Expanded models of value-based, sustainable health care centered on improving outcomes for patients, families, and communities can be woven into HSS curricula in several ways.5 The core domains for HSS curricula are (1) structure and process; (2) policy and economics; (3) informatics and technology; (4) population, public, and social determinants of health; (5) value; and (6) system improvement.5 These domains, which map onto traditional HSS content areas,5 align with practical actions that clinicians and health care leaders can take to achieve health sector sustainability, as proposed by Sherman et al.15

Table. Health Systems Science Curricular Domains and Associated Traditional and Sustainability Content Focus
HSS Curricular Domain Traditional HSS Content Focus Sustainability Content Focus
Health care structure and processa Processes, fragmentation, and insufficiencies occurring within patient settings.5 Increased energy efficiency, solid waste generated during patient encounters, and patient flows (eg, decreased transportation).
Health care policy and economicsb Principles of health care policy, health care financing, and various US payment models.5 How Medicare could establish “green loan” fund for energy efficiency to incentivize health systems to decarbonize, reducing costs and pollution long-term.16
Clinical informatics and health care technologyc Principles of informatics, patient security, and challenges facing health information exchange.5 Assess energy efficiency of information exchange systems.
Population, public, and social determinants of healthd Identifying patient risks and vulnerabilities (eg, low socioeconomic status, lack of insurance or transportation).5 How emissions and solid waste pollution disproportionately impact the health of vulnerable and marginalized populations.33
Value in health caree Stakeholder perspectives on value in care and components of high-value health care systems.5,30 Placing value on reduced emissions and sustainable resource use for health system functioning.
Health system improvementf Quality improvement plans (eg, Plan-Do-Study-Act and Lean Six Sigma methodologies).5 How investing in sustainable infrastructure ultimately builds health system capacity through system resilience and increased preparedness.
a Focuses on how health care is provided through individuals, resources, and processes of delivery of care.5
b Involves decisions undertaken to achieve specific health care functions.5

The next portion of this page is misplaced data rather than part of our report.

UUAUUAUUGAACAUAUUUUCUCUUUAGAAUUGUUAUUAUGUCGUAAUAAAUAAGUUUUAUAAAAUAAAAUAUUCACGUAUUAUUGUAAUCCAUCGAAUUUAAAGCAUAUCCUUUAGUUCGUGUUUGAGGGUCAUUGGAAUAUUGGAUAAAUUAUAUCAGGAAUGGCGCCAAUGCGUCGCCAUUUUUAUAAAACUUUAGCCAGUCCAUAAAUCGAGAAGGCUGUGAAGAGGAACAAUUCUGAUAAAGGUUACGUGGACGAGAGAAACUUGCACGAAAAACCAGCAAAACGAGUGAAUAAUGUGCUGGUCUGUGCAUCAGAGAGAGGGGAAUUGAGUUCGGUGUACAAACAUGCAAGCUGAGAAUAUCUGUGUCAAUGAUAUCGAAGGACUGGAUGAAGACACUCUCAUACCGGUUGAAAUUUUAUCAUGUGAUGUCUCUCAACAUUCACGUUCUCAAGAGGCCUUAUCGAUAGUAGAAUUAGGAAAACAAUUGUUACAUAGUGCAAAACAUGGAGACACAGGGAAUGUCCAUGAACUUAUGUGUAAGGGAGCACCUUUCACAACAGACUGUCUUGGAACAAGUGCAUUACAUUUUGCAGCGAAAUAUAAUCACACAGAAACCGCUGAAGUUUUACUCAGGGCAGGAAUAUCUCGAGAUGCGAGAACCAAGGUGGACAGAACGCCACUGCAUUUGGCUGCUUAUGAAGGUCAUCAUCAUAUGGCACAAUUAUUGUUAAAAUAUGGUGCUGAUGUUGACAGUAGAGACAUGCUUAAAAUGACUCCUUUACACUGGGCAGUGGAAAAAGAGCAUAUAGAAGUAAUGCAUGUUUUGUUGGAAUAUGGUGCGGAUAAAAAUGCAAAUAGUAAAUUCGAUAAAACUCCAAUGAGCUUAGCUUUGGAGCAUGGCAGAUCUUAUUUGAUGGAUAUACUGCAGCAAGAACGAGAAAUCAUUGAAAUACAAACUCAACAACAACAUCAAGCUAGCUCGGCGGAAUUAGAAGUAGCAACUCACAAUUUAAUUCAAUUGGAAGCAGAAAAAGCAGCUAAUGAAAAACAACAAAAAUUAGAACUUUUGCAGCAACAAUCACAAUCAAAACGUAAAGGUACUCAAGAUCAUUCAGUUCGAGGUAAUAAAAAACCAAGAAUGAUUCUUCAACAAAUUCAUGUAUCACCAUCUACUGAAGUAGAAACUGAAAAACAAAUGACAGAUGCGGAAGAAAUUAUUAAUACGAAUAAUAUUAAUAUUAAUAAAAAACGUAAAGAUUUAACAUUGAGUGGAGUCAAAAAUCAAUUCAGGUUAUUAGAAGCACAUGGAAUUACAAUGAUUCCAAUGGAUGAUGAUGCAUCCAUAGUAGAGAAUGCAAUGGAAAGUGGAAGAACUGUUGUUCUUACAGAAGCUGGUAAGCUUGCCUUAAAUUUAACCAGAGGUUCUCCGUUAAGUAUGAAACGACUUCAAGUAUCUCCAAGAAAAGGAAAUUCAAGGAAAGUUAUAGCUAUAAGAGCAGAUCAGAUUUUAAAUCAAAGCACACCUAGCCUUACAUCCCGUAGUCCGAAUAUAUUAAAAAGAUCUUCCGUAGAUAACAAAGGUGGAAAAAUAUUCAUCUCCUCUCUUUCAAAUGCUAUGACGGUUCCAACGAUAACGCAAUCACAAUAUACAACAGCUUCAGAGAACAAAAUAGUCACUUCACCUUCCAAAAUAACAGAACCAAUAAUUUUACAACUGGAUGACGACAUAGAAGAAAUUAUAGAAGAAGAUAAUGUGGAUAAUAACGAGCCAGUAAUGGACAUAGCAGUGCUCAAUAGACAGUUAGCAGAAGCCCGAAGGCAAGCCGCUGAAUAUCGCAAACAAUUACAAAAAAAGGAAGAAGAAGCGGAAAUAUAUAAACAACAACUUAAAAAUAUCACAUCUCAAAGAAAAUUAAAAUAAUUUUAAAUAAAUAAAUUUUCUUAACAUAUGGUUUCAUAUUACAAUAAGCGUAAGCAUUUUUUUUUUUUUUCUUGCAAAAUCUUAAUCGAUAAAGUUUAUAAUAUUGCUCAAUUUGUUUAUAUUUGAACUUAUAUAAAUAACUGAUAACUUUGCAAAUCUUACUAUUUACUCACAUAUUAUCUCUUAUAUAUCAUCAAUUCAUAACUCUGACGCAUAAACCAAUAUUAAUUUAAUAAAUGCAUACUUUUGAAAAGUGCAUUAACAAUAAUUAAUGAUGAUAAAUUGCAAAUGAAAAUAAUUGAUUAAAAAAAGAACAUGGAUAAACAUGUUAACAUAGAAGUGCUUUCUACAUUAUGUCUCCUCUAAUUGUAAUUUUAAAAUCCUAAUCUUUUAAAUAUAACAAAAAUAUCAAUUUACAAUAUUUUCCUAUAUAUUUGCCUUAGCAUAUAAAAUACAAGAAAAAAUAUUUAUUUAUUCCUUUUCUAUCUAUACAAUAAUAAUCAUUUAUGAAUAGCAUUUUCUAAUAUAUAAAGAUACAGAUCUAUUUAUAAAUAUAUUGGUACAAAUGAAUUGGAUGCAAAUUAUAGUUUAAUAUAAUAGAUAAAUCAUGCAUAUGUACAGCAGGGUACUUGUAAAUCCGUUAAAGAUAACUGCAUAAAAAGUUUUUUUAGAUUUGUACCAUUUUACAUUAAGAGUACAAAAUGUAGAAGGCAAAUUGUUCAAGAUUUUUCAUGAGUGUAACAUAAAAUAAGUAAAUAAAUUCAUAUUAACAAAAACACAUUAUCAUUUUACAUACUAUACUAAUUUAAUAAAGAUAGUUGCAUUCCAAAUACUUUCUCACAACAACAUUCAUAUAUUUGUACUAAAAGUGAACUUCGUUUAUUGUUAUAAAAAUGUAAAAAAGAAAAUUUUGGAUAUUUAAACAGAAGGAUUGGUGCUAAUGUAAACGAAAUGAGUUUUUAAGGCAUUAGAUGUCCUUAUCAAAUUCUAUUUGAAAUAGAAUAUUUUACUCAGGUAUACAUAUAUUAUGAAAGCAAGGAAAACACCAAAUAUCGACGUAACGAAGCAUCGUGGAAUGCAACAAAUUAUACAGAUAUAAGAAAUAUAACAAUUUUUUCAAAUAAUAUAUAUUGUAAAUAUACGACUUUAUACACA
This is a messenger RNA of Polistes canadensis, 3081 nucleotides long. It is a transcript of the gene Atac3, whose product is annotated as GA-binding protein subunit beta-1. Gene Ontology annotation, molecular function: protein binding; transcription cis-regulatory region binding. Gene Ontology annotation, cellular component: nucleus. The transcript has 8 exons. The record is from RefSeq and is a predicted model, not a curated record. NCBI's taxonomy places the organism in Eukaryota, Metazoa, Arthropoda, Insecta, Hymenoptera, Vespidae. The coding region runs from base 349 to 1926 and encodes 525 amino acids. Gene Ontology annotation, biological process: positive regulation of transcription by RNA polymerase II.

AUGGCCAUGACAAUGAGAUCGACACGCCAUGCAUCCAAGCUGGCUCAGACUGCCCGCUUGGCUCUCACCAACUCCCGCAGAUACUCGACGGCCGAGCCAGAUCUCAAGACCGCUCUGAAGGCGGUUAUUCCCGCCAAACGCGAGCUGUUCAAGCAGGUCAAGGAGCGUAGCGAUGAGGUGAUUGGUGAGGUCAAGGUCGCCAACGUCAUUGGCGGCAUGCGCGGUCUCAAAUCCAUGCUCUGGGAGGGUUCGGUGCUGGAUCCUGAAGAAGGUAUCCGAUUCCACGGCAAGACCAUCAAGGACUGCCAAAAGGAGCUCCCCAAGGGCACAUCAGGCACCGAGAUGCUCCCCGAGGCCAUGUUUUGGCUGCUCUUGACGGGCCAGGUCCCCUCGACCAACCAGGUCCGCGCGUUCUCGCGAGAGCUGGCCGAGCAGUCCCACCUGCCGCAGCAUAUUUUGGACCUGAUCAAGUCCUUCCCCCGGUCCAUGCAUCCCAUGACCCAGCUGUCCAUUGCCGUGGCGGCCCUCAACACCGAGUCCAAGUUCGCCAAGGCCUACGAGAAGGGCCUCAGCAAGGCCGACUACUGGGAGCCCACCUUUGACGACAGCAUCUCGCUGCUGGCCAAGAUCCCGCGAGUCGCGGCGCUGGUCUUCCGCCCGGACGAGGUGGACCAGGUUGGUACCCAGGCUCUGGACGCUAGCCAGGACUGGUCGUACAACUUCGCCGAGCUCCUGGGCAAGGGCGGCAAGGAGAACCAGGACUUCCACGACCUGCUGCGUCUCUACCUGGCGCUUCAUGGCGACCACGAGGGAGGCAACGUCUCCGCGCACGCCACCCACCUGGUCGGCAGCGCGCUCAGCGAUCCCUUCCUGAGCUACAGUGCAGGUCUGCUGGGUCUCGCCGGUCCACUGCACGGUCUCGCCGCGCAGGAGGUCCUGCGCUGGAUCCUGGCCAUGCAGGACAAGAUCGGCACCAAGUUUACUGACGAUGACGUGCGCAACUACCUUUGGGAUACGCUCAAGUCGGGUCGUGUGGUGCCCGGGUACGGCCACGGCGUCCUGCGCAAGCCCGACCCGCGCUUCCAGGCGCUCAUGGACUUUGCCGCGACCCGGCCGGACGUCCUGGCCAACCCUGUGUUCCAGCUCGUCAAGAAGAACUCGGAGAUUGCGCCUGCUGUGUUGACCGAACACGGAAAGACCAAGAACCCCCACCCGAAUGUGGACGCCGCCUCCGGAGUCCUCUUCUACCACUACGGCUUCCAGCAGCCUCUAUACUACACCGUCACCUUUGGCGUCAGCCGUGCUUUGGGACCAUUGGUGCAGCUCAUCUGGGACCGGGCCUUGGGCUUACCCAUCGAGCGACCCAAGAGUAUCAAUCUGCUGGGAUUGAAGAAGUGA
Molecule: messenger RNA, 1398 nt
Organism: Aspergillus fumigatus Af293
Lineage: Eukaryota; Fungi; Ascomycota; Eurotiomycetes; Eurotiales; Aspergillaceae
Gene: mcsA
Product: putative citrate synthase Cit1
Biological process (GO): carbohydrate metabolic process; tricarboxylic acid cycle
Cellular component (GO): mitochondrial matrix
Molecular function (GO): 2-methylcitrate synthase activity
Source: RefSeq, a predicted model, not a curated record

c Application of information technology to delivery health care services, decision making, documentation, and electronic medical records.5
d Focuses on improvement strategies to address gaps in care through public health, preventative medicine, and social determinants of health.5
e Focuses on quality-of-care delivery, cost, and process waste through timeliness, efficiency, and patient-centeredness.5
f Focuses on improving health system efficiency.5


Health systems science, value-based care, and LSS are proven tools by which the health sector can develop a sustainable system that maximizes value and outcomes for patients and decreases the unsustainable financial and environmental toll of health care.11 An expanded sustainability framework for HSS ultimately brings our health care system closer to providing efficient and effective care for patients and to caring for the planet by decreasing emissions and solid waste while cutting costs. This outcome aligns well with the HSS mission to reform curricula and practice over time in the context of our evolving world and has direct implications for patient care and systems-based practice competencies.34 Training the rising generation of clinicians to think critically about health system functioning, resilience, and sustainability will pay dividends in the future. It will prepare trainees to lead, innovate, and transform the current health system into one that wholly prioritizes planetary health, resource stewardship, and patient outcomes through a circular supply chain and low-emissions system.


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Editor's Note

Background image by Paul Dolan.


AMA J Ethics. 2022;24(10):E951-958.



Conflict of Interest Disclosure

The author(s) had no conflicts of interest to disclose.

The viewpoints expressed in this article are those of the author(s) and do not necessarily reflect the views and policies of the AMA.